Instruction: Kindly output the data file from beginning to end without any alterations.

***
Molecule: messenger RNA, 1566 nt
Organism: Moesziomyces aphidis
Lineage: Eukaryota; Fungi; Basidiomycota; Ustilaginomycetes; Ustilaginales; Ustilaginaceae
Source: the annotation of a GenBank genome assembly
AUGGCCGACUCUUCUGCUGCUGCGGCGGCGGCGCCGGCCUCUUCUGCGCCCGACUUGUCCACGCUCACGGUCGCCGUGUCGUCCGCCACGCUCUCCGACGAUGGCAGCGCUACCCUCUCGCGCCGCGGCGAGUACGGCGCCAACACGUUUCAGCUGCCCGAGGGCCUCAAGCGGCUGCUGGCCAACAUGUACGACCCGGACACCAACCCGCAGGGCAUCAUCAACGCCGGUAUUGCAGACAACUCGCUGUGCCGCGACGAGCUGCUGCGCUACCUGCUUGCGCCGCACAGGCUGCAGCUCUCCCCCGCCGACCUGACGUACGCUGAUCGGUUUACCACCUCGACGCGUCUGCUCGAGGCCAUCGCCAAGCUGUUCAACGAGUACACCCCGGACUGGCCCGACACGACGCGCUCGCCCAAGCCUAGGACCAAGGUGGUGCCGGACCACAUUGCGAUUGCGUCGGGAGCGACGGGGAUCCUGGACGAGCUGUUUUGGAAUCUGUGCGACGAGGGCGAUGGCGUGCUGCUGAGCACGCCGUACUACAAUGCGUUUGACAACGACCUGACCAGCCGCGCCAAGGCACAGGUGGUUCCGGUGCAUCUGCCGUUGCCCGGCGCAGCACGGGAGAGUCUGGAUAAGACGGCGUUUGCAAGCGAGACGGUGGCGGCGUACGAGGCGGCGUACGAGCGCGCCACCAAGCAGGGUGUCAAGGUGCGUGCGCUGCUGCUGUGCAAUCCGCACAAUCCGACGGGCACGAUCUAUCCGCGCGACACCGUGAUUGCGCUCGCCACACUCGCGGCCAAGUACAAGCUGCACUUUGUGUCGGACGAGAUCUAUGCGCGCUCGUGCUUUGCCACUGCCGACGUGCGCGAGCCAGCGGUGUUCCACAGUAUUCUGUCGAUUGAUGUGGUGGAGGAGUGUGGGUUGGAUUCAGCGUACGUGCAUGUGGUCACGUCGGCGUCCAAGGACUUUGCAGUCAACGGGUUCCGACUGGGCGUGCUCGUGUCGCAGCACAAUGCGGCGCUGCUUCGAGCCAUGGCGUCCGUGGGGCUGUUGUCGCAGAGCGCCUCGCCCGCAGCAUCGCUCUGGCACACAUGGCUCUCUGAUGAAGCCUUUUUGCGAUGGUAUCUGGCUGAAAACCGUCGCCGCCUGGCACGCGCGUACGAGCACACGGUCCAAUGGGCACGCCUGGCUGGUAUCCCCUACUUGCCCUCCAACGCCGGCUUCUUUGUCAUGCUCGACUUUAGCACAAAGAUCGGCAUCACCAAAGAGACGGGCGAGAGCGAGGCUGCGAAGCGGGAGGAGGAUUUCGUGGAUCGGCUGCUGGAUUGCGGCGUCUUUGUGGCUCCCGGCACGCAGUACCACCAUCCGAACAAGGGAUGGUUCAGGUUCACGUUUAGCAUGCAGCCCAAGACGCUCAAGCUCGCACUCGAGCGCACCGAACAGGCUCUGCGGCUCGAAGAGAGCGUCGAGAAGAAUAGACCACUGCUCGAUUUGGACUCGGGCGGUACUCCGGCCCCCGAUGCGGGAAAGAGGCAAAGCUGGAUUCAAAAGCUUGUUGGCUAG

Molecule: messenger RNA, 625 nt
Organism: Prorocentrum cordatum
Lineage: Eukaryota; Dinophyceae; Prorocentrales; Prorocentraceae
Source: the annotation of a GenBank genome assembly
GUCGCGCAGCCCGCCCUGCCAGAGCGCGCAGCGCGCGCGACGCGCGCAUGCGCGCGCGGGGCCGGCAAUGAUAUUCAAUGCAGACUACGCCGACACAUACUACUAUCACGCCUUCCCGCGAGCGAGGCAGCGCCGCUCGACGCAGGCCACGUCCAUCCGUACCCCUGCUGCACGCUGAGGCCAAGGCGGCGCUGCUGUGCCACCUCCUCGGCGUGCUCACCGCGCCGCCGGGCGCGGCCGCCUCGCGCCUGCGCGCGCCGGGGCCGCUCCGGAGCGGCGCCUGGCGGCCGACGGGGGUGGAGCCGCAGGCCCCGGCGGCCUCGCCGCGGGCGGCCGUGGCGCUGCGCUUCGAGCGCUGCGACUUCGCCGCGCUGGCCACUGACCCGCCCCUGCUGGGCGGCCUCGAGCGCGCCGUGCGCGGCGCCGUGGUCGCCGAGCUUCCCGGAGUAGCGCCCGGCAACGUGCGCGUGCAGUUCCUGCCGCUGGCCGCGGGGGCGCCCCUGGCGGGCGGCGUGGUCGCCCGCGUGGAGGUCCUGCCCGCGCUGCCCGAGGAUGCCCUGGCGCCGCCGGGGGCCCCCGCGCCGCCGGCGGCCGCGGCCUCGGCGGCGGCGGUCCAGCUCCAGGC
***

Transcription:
Molecule: messenger RNA, 1566 nt
Organism: Moesziomyces aphidis
Lineage: Eukaryota; Fungi; Basidiomycota; Ustilaginomycetes; Ustilaginales; Ustilaginaceae
Source: the annotation of a GenBank genome assembly
AUGGCCGACUCUUCUGCUGCUGCGGCGGCGGCGCCGGCCUCUUCUGCGCCCGACUUGUCCACGCUCACGGUCGCCGUGUCGUCCGCCACGCUCUCCGACGAUGGCAGCGCUACCCUCUCGCGCCGCGGCGAGUACGGCGCCAACACGUUUCAGCUGCCCGAGGGCCUCAAGCGGCUGCUGGCCAACAUGUACGACCCGGACACCAACCCGCAGGGCAUCAUCAACGCCGGUAUUGCAGACAACUCGCUGUGCCGCGACGAGCUGCUGCGCUACCUGCUUGCGCCGCACAGGCUGCAGCUCUCCCCCGCCGACCUGACGUACGCUGAUCGGUUUACCACCUCGACGCGUCUGCUCGAGGCCAUCGCCAAGCUGUUCAACGAGUACACCCCGGACUGGCCCGACACGACGCGCUCGCCCAAGCCUAGGACCAAGGUGGUGCCGGACCACAUUGCGAUUGCGUCGGGAGCGACGGGGAUCCUGGACGAGCUGUUUUGGAAUCUGUGCGACGAGGGCGAUGGCGUGCUGCUGAGCACGCCGUACUACAAUGCGUUUGACAACGACCUGACCAGCCGCGCCAAGGCACAGGUGGUUCCGGUGCAUCUGCCGUUGCCCGGCGCAGCACGGGAGAGUCUGGAUAAGACGGCGUUUGCAAGCGAGACGGUGGCGGCGUACGAGGCGGCGUACGAGCGCGCCACCAAGCAGGGUGUCAAGGUGCGUGCGCUGCUGCUGUGCAAUCCGCACAAUCCGACGGGCACGAUCUAUCCGCGCGACACCGUGAUUGCGCUCGCCACACUCGCGGCCAAGUACAAGCUGCACUUUGUGUCGGACGAGAUCUAUGCGCGCUCGUGCUUUGCCACUGCCGACGUGCGCGAGCCAGCGGUGUUCCACAGUAUUCUGUCGAUUGAUGUGGUGGAGGAGUGUGGGUUGGAUUCAGCGUACGUGCAUGUGGUCACGUCGGCGUCCAAGGACUUUGCAGUCAACGGGUUCCGACUGGGCGUGCUCGUGUCGCAGCACAAUGCGGCGCUGCUUCGAGCCAUGGCGUCCGUGGGGCUGUUGUCGCAGAGCGCCUCGCCCGCAGCAUCGCUCUGGCACACAUGGCUCUCUGAUGAAGCCUUUUUGCGAUGGUAUCUGGCUGAAAACCGUCGCCGCCUGGCACGCGCGUACGAGCACACGGUCCAAUGGGCACGCCUGGCUGGUAUCCCCUACUUGCCCUCCAACGCCGGCUUCUUUGUCAUGCUCGACUUUAGCACAAAGAUCGGCAUCACCAAAGAGACGGGCGAGAGCGAGGCUGCGAAGCGGGAGGAGGAUUUCGUGGAUCGGCUGCUGGAUUGCGGCGUCUUUGUGGCUCCCGGCACGCAGUACCACCAUCCGAACAAGGGAUGGUUCAGGUUCACGUUUAGCAUGCAGCCCAAGACGCUCAAGCUCGCACUCGAGCGCACCGAACAGGCUCUGCGGCUCGAAGAGAGCGUCGAGAAGAAUAGACCACUGCUCGAUUUGGACUCGGGCGGUACUCCGGCCCCCGAUGCGGGAAAGAGGCAAAGCUGGAUUCAAAAGCUUGUUGGCUAG

Molecule: messenger RNA, 625 nt
Organism: Prorocentrum cordatum
Lineage: Eukaryota; Dinophyceae; Prorocentrales; Prorocentraceae
Source: the annotation of a GenBank genome assembly
GUCGCGCAGCCCGCCCUGCCAGAGCGCGCAGCGCGCGCGACGCGCGCAUGCGCGCGCGGGGCCGGCAAUGAUAUUCAAUGCAGACUACGCCGACACAUACUACUAUCACGCCUUCCCGCGAGCGAGGCAGCGCCGCUCGACGCAGGCCACGUCCAUCCGUACCCCUGCUGCACGCUGAGGCCAAGGCGGCGCUGCUGUGCCACCUCCUCGGCGUGCUCACCGCGCCGCCGGGCGCGGCCGCCUCGCGCCUGCGCGCGCCGGGGCCGCUCCGGAGCGGCGCCUGGCGGCCGACGGGGGUGGAGCCGCAGGCCCCGGCGGCCUCGCCGCGGGCGGCCGUGGCGCUGCGCUUCGAGCGCUGCGACUUCGCCGCGCUGGCCACUGACCCGCCCCUGCUGGGCGGCCUCGAGCGCGCCGUGCGCGGCGCCGUGGUCGCCGAGCUUCCCGGAGUAGCGCCCGGCAACGUGCGCGUGCAGUUCCUGCCGCUGGCCGCGGGGGCGCCCCUGGCGGGCGGCGUGGUCGCCCGCGUGGAGGUCCUGCCCGCGCUGCCCGAGGAUGCCCUGGCGCCGCCGGGGGCCCCCGCGCCGCCGGCGGCCGCGGCCUCGGCGGCGGCGGUCCAGCUCCAGGC